It was a rough journey. Andy who responsible for the band Warriors of Huaracan talk for the whole road. And I listen with a mixture of horror and fascination as he would be talking and then scream from a place that has no name and then break into a chant and then go back into a story about the clash of Indigenous beliefs, Congo magic and Orisa practice that then came to live in this Black Indian masquerade.
I had to walk away as he pull out the cobo feathers. And it took me a few days to realize that mas, like life is about ability to take even death and make it beautiful.
Mas is beauty and horror. Mas as a whole can’t and shouldn’t be a version of reality that edits out the blood and pain. 
I real excited to be becoming this mas this year. I real excited that this evening at 6 in Belmont I get to listen to the great Nari Approo talk about mas and all that it could possibly be. Come nah, if you able. 

Got My Hair Un-did

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It took three weeks, a pack of broken combs, some tears, a fair amount of cursing.
But I did it. I combed out all 169 locks on my head and am now the proud owner of a little awesome Afro.
It’s been a few years in the making, the desire to start again. But I couldn’t just cut off 17 years of living and loving and travel and jouvay, you know?
I’m actually really happy I chose to unlock it. It gave me a chance to say goodbye to my locks. To let go of all that I had been through and experienced for all those years.
Hair is emotional.
I talked about it for a couple weeks with my sisters (who gave me the look specially reserved for my frequent mad ideas). On Christmas Eve I started at the centre of my head. My arms hurt. I cried. A few days in I lost all zeal to continue. Somehow I kept going (I started to run out of headties).
As my hair started to emerge in all its mad curly glory I became overwhelmed by a sense of how completely we have been made to hate ourselves.
A thing as fundamental to your sense of being as your hair gets undermined from the time you are born. This was not the case in my house and thank the goddess I had two older sisters to comb my hair for me.
I realized last year that I missed those times with my sisters when they would comb my hair. I think the loss of those rituals between women of different generations is part of the further destruction of community and a sense of (haha) rootedness.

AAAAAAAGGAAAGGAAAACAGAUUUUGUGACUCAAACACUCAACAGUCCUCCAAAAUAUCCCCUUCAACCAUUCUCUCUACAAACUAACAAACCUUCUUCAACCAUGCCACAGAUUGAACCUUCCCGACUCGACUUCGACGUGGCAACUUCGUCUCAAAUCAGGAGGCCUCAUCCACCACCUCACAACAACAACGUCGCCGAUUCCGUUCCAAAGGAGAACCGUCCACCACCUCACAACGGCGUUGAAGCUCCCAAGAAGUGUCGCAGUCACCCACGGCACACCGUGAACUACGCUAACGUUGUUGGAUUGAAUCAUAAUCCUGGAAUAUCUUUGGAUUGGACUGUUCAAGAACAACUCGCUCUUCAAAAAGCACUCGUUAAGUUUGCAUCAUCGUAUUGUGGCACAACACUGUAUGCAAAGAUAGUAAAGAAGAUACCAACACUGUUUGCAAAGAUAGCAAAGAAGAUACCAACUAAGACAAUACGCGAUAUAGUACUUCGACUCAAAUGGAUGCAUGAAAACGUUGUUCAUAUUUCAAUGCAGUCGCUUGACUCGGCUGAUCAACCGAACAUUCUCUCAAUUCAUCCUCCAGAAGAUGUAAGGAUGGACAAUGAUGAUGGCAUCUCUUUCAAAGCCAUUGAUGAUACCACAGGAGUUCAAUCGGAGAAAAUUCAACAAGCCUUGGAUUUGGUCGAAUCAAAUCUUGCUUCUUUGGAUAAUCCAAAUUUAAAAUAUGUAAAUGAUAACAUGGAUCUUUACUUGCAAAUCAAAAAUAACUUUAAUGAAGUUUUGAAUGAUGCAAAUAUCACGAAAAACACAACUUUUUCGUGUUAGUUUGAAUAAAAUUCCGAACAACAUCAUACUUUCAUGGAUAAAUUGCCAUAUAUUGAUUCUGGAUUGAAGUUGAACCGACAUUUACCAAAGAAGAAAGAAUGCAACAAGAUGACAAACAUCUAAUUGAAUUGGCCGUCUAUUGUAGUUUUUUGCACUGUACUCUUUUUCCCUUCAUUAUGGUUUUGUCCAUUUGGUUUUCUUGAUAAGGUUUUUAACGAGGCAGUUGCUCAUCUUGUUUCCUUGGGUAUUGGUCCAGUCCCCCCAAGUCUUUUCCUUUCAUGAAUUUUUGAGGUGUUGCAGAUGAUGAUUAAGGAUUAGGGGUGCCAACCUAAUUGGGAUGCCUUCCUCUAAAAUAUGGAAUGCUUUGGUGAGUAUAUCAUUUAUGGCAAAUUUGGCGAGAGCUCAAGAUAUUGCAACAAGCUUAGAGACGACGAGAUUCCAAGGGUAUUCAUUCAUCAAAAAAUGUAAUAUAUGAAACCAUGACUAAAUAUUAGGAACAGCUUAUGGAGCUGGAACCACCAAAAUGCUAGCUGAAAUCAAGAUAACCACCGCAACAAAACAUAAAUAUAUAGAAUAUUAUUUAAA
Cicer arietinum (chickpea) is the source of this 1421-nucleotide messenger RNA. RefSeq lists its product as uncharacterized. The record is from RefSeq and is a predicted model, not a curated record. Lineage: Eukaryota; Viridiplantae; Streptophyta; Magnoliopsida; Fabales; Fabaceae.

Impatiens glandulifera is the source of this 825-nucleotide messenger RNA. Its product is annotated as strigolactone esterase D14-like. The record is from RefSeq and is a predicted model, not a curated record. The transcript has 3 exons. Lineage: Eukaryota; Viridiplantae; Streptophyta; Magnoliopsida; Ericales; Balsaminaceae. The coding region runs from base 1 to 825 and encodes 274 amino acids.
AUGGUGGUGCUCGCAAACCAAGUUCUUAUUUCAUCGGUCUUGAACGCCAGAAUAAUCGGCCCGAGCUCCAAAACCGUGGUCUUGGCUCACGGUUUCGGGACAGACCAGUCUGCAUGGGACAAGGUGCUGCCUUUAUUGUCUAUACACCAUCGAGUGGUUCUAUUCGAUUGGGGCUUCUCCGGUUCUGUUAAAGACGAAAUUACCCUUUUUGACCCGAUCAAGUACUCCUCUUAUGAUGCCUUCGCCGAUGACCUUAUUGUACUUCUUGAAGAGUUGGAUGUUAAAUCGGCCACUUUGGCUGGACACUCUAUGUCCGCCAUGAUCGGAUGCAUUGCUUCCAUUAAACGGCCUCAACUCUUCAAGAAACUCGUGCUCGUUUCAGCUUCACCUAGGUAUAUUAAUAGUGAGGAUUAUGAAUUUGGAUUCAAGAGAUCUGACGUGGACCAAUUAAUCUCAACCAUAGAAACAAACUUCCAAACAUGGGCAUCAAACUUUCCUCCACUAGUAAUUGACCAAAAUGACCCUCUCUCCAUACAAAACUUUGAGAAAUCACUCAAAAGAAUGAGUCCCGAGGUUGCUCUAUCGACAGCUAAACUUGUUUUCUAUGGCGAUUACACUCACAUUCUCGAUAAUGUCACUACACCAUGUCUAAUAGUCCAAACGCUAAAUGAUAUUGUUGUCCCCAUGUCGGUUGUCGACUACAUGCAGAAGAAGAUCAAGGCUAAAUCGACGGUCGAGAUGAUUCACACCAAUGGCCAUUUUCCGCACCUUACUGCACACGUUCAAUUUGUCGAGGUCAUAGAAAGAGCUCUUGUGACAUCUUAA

The more of my hair I saw, the more I became excited that I would have those moments again. When someone would show care in my appearance and give me a bad ass hair style that didn’t come out of a bottle or a heating appliance.
When I was in India last year I got questioned about my hair a lot, given that the only people there who wear their hair in locks are Saddhus and the warrior ascetics known as Nagas.
I tried to explain that locks were a totally acceptable way of women wearing their hair, to which the response was ‘and men find this attractive?!’
In truth, locks for me have been a kind of anti-beauty. A deliberate subversion of an idea of what hair should look like for a black woman. Some men find the idea of that attractive. That you are determined not to fit into what society says is beautiful.
But my time with my locks taught me that what is most important is to be comfortable enough in your skin, in your sense of who you are, in your sense of where you are going and where you have come from. I was never a ‘Revlon Rasta’. I wasn’t one of those compulsive groomers. My hair was wild (and still is) and occasionally depending on my mood I tried to tame it into what may have been loosely construed as a hairstyle.
But I feel like I’m into another phase now. One that gives me the room to play with my image. I’m really enjoying my afro, like getting to know a new friend. My hair is so fricking awesome!! I’ve been spending a lot of time just playing with it. Loving it. Anointing my scalp with coconut oil. The variety of textures, the need for care.
Your hair can teach you a lot about your own complexities. I’m loving getting to know myself in a totally different way.

Azonto Lessons

There is a pause when the lights go at 1 a.m. and the fan stops whirring. Until the generator shudders to life and the air returns to the room, the fan whirring reassuringly over your head again. In that pause you hear the world of other sounds that exist outside the electric drone. A neighbour’s child, the thunder of a storm making its way across the night, the dying moments of an evangelical service, a lone dog barking in the distance, insects whose names you do not know. The sounds of nighttime Accra are so familiar that in those seconds when I wake up in the sudden and unbearable stillness I get confused about where I am.

There are many moments of confusion during my time in Ghana. It is déjà vu for something I have not yet seen.

Excerpt from Azonto Lessons, a piece I wrote for this month’s issue of Caribbean Beat.

Read the full piece here